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Baseball's new literary companion05/05/2008 12:50 PM ET
By Doug Miller / MLB.com
When Lee Gutkind wrote a book about Major League umpires in the 1970s, he threw a curveball of controversy into the game and saw how baseball and the burgeoning art of creative nonfiction were perfect partners for the page.
Gutkind, along with co-editor Andrew Blauner, is back with another baseball book, "Anatomy of Baseball" (SMU Press, 210 pages), and this one is a collection of 20 essays that hit hardball from all angles.
Seventeen new pieces were compiled and three already-published classics were woven into the framework of what Gutkind calls the book's "connective tissue" of stories about the game.
"I gave this a great deal of thought," Gutkind said. "I did not want people to tell me how much they either hated or loved baseball. I knew there were plenty of people sick of it and many who think it's the greatest thing going.
"But the idea was to get really terrific writers to focus in on a single aspect of the game, whatever that might be, and really flesh it out to a point of great detail so people who love it connect to it and people who don't 'get' baseball can see what is so terrific and memorable and challenging about it."
Gutkind got what he asked for and more, attracting baseball writing legend Roger Angell, pulling out a three-year-old gem from award-winning veteran sportswriter Frank Deford, plus getting unique perspectives from political correspondent Jeff Greenfield and baseball historian John Thorn.
He also unearthed a jewel in the form of an old essay about the demotion of aging and slumping players by the late George Plimpton, as well as new and exciting material from unexpected places.
Stefan Fatsis, for example, wrote about getting his "perfect" glove restored by Rawlings.
Susan Perabo imagined a world in which she had a long, memorable career as a woman in the Major Leagues.
Sean Wilentz contributed a piece in which he conjured the thought of a baseball fans' Hall of Fame replete with cowbells, frying pans and other instruments of well-worn enthusiana.
"It was exciting to figure out the concept for the collection," Gutkind said. "You just don't call up and say, 'Write an essay about baseball,' because then there's no connective tissue.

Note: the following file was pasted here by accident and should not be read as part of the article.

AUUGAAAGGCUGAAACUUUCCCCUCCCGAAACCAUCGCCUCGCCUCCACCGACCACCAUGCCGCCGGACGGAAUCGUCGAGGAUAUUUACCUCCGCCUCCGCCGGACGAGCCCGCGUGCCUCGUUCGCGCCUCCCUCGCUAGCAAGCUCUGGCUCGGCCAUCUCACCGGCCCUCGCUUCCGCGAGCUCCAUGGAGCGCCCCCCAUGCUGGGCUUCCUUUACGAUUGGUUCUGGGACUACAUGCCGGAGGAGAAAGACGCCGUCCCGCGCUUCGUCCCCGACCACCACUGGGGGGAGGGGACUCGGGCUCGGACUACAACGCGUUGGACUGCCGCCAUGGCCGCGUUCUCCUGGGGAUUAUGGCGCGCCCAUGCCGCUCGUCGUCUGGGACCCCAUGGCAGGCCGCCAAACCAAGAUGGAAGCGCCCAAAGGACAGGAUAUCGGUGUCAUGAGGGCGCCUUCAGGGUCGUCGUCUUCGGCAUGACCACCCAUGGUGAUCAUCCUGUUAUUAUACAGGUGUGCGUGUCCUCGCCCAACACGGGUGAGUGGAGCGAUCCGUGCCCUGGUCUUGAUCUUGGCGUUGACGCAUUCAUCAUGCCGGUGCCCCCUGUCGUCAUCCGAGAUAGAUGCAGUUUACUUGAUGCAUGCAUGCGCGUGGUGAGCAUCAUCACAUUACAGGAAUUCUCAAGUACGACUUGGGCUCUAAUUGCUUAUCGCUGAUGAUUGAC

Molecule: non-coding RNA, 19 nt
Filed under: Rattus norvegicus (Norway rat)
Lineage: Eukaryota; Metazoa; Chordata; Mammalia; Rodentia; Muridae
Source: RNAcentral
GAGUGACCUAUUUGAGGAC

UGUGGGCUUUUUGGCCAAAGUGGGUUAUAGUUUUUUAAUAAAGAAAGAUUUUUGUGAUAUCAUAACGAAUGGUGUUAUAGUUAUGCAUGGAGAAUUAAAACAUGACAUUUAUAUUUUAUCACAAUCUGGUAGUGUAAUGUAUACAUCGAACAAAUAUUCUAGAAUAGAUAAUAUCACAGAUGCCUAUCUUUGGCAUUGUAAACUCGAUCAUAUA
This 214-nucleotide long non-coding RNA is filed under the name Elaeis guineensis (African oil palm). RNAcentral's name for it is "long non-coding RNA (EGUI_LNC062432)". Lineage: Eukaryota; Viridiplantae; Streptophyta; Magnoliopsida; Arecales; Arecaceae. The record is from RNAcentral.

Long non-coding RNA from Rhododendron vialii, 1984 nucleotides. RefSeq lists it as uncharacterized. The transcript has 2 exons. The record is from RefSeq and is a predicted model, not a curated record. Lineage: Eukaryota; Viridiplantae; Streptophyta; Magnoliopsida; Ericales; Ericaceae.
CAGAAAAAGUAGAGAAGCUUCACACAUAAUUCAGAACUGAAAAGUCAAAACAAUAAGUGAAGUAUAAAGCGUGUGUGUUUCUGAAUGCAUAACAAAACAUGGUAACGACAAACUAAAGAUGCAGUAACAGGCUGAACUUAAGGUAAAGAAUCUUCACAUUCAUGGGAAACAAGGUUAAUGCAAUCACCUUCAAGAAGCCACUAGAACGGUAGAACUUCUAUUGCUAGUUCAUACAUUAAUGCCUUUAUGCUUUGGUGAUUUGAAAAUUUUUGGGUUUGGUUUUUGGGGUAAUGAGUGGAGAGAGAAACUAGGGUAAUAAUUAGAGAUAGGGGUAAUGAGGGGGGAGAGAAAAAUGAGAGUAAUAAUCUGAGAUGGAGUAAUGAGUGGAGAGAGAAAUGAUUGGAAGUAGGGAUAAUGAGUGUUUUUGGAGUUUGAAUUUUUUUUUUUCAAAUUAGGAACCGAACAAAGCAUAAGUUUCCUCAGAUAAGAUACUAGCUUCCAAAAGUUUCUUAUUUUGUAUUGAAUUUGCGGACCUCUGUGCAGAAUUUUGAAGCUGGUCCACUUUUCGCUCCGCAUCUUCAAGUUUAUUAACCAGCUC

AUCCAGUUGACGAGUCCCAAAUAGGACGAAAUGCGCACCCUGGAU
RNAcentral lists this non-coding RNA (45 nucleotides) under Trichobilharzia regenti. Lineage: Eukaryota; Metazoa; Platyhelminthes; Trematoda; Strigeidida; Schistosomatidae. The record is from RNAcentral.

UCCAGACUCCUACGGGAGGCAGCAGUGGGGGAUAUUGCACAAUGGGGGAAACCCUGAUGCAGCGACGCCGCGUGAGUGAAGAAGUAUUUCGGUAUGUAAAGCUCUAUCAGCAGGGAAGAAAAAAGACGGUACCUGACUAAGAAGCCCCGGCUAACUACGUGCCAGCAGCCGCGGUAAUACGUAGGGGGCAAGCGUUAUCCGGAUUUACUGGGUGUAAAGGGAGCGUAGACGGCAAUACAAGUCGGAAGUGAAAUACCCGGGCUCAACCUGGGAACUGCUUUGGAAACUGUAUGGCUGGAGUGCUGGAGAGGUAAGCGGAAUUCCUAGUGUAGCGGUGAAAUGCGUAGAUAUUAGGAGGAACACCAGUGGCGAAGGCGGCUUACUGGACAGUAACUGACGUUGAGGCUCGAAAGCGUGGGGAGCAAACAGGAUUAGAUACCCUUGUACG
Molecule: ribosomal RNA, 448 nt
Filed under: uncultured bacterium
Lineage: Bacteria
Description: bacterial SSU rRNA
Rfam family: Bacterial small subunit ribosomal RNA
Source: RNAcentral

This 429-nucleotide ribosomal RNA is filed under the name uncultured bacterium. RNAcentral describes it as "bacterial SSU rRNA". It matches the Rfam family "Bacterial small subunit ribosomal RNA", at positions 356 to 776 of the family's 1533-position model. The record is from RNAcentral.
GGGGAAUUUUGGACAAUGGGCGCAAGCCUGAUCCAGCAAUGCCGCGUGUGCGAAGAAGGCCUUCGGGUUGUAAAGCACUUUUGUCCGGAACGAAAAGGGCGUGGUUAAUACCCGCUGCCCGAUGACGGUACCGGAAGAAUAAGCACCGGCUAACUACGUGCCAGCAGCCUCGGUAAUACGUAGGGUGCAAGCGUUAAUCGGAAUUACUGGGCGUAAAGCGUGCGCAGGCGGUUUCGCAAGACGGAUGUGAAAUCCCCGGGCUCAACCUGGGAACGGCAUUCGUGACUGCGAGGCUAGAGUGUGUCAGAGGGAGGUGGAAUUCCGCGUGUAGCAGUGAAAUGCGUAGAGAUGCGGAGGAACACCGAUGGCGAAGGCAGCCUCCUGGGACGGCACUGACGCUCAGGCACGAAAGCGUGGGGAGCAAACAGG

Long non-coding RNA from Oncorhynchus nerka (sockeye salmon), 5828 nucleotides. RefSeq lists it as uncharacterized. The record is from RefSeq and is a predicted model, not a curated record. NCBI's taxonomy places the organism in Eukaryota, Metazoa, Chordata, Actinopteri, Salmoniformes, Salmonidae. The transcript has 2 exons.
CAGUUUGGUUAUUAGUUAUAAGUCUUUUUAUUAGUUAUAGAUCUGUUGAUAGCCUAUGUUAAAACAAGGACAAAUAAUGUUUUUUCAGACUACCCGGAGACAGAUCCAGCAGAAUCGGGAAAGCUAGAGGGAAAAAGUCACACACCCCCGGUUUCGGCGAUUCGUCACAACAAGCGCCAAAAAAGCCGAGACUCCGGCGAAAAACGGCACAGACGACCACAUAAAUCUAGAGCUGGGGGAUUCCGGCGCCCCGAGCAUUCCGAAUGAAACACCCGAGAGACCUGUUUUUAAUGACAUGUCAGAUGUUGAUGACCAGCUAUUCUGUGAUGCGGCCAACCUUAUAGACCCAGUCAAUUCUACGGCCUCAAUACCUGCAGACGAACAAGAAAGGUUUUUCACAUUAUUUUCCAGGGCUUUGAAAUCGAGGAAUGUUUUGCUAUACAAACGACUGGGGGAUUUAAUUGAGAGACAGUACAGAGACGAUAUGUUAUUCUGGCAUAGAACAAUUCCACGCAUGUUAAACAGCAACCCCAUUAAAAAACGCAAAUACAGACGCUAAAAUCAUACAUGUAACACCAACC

"So it's not only which essays you choose but how you place them. We think about basketball as the city game these days, and to me baseball was, for 150 years, the city game in America. Now kids go to basketball because it's easy to find a court and easy to find a game. It used to be, a century ago or 50 years ago, that's the way it was with baseball.
"And that's one of the reasons so many people read about baseball. We have this rooted tradition and history of it being their city game and the way they made friends long ago, and the way they connected with their dads and uncles."
But not every writer in "Anatomy of Baseball" is a salty scribe with decades of press box time.
Gutkind, who teaches a writing workshop at Arizona State University, came across two submissions for the collection from his very own class -- something he never would have expected "in a thousand years," he said, especially when he "rejected hundreds of pieces."
Gutkind said he told his students, who were all poets and fiction writers, to go to the nearby ballparks of the Cactus League during Spring Training and come back with stories.
He ended up getting a fascinating tale from student Jake Young about the imported light standards at Phoenix Municipal Stadium -- you'll have to read the book to find out more about it -- and another piece from Caitlin Horrocks.
Another unforgettable submission is Michael Shapiro's true story of the Southworths, a father and son connected to baseball and World War II and the diary that spelled out their heartbreaking connection.
And to top it all off is a foreword by one of the masters of baseball's spoken word, Yogi Berra.
The book has received rave reviews from three of the most respected baseball authors of the last 50 years: Robert W. Creamer, Robert Lipsyte and Jonathan Eig. It's also been featured on NPR's "All Things Considered" and excerpted in The Wall Street Journal.
Gutkind said the natural combination of America's pastime and creative nonfiction continues to make his job easy.
"The world is incredibly complicated, and people are less interested in fantasy and more interested in fact and truth," Gutkind said.
"Sports and baseball, especially, works for this. Some of the most interesting people have been baseball players. And there's story-oriented tension in almost every game that's been played. You can't really go wrong with baseball."
This story was not subject to the approval of Major League Baseball or its clubs.